The rapid growth in the field of wireless sensor systems has highlighted the issue of powering remote sensor nodes. The requirement to change batteries, or recharge other power sources, places an unwanted additional maintenance and cost burden on such wireless networks. In certain applications where environmental vibrations are present, there is the opportunity to harvest the kinetic energy of these vibrations and use this to power the remote sensor node. The focus of the researchers now consists of design, modeling and development of vibration based electromagnetic/hybrid micropower generators using MEMS/NEMS structures on Silicon.
Meanwhile, powering wireless sensor network nodes and security management using energy harvesters in Oil and Gas industry may have receive a boost if sensor nodes can be wirelessly powered from thin air using electromagnetic harvester as demonstrated by Dennis Siegel a Digital Media student, skilled in 3D design, physical computing and rapid prototyping at the University of the Arts in Bremen, Germany.
According to Dennis “The omnipresence of electromagnetic fields is implied just by simple current flow. We are surrounded by electromagnetic fields which we are producing for information transfer or as a byproduct”. Many of those fields are very capacitive and can be harvested with coils and high frequency diodes. Accordingly, he asserted “I built special harvesting devices that are able to tap into several electromagnetic fields to exploit them”. The energy is stored in a usual battery possibly a super capacitor. So you can for example gain redundant energy from the power supply of a coffee machine, a cell phone or the catenaries of a train by holding the harvester directly into the electromagnetic field whose strength is indicated by an associated LED on the top of the harvester.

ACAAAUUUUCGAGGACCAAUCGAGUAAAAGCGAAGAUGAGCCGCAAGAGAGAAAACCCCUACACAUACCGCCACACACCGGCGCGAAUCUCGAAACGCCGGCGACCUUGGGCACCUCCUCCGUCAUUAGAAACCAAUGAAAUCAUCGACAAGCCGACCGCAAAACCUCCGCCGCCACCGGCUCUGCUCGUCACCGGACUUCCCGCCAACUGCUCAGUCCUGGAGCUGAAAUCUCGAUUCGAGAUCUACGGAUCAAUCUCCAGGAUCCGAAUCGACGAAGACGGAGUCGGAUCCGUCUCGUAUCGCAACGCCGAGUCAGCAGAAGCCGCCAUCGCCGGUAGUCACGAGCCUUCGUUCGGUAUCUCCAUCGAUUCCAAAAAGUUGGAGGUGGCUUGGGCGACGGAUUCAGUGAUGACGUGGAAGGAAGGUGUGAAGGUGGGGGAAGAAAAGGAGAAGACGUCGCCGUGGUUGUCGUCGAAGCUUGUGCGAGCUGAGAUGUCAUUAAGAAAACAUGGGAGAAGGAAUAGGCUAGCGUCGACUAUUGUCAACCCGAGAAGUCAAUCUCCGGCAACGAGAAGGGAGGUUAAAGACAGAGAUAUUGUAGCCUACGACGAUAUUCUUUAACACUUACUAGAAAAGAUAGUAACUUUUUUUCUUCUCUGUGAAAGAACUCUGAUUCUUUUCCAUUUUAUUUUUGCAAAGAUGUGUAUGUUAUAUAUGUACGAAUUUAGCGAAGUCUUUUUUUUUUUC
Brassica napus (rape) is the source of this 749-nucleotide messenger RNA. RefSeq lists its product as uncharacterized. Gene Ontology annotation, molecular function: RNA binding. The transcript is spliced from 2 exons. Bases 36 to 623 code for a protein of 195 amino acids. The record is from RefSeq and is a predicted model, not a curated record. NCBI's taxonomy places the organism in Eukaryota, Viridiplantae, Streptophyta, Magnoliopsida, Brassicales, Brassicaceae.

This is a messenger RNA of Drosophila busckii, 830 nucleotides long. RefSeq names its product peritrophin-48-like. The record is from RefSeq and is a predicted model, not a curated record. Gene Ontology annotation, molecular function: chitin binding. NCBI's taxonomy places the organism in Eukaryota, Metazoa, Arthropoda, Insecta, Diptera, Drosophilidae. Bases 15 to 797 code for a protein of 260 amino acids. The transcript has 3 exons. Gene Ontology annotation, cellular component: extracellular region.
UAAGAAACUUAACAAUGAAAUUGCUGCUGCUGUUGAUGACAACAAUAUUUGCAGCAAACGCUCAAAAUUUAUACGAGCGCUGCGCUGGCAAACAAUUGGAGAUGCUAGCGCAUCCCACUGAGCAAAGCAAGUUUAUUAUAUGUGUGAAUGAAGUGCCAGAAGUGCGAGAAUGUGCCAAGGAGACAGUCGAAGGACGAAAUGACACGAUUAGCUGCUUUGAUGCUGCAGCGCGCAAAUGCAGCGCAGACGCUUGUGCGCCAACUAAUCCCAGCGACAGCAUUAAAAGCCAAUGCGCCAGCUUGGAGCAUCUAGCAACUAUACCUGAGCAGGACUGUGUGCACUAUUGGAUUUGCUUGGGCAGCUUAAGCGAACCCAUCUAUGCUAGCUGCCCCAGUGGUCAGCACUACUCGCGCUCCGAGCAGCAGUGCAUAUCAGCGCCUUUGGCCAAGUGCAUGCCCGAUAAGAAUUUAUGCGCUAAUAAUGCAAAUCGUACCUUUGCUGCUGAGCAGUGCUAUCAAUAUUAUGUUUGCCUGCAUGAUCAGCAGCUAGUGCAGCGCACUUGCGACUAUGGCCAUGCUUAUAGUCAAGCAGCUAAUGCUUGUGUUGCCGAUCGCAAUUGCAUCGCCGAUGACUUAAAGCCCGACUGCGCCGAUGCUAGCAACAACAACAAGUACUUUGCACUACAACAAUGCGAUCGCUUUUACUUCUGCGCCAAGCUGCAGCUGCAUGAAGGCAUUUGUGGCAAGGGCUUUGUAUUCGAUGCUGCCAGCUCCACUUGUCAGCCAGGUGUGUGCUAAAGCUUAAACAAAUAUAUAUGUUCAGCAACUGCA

He demonstrated that depending on the strength of the electromagnetic field it seems possible to charge a small battery within one day. The system is meant to be an alternative for granting access to already existing but unheeded energy sources, most of which may be in hazardous places. Therefore, by exploring these sources it can create a new awareness of the invisible electromagnetic spaces.
There are two types of harvester for different electromagnetic fields: a smaller harvester that is suitable for lower frequencies below 100Hz which you can find in the general mains (50/60Hz, 16,7Hz) and a bigger one that is suitable for lower and higher frequencies like radio broadcast (~100MHz), GSM (900/1800MHz) up to Bluetooth and WLAN (2,4GHz).
Energy consumption and prolonging the lifetime of the batteries still remains one of the biggest challenges facing the applicability of wireless sensor networks. It’s clear this technology has some way to go before we’re all charging our mobiles by waving them at the nearest fridge. Even so, it’s a compelling concept as we move into a future where energy conservation is going to become more and more important.